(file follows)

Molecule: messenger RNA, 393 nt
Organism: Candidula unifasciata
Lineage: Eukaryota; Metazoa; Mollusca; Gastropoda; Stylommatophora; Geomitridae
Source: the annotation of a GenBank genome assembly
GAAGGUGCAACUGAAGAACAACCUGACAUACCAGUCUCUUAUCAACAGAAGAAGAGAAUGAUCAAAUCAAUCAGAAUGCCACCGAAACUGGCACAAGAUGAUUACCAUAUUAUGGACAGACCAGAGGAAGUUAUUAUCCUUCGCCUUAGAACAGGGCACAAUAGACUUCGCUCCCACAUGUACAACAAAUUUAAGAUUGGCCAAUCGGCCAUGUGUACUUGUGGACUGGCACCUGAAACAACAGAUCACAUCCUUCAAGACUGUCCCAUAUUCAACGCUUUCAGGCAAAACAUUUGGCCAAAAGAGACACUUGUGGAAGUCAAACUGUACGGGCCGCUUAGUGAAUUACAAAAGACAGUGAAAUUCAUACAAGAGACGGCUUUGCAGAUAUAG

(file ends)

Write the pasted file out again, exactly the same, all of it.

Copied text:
Molecule: messenger RNA, 393 nt
Organism: Candidula unifasciata
Lineage: Eukaryota; Metazoa; Mollusca; Gastropoda; Stylommatophora; Geomitridae
Source: the annotation of a GenBank genome assembly
GAAGGUGCAACUGAAGAACAACCUGACAUACCAGUCUCUUAUCAACAGAAGAAGAGAAUGAUCAAAUCAAUCAGAAUGCCACCGAAACUGGCACAAGAUGAUUACCAUAUUAUGGACAGACCAGAGGAAGUUAUUAUCCUUCGCCUUAGAACAGGGCACAAUAGACUUCGCUCCCACAUGUACAACAAAUUUAAGAUUGGCCAAUCGGCCAUGUGUACUUGUGGACUGGCACCUGAAACAACAGAUCACAUCCUUCAAGACUGUCCCAUAUUCAACGCUUUCAGGCAAAACAUUUGGCCAAAAGAGACACUUGUGGAAGUCAAACUGUACGGGCCGCUUAGUGAAUUACAAAAGACAGUGAAAUUCAUACAAGAGACGGCUUUGCAGAUAUAG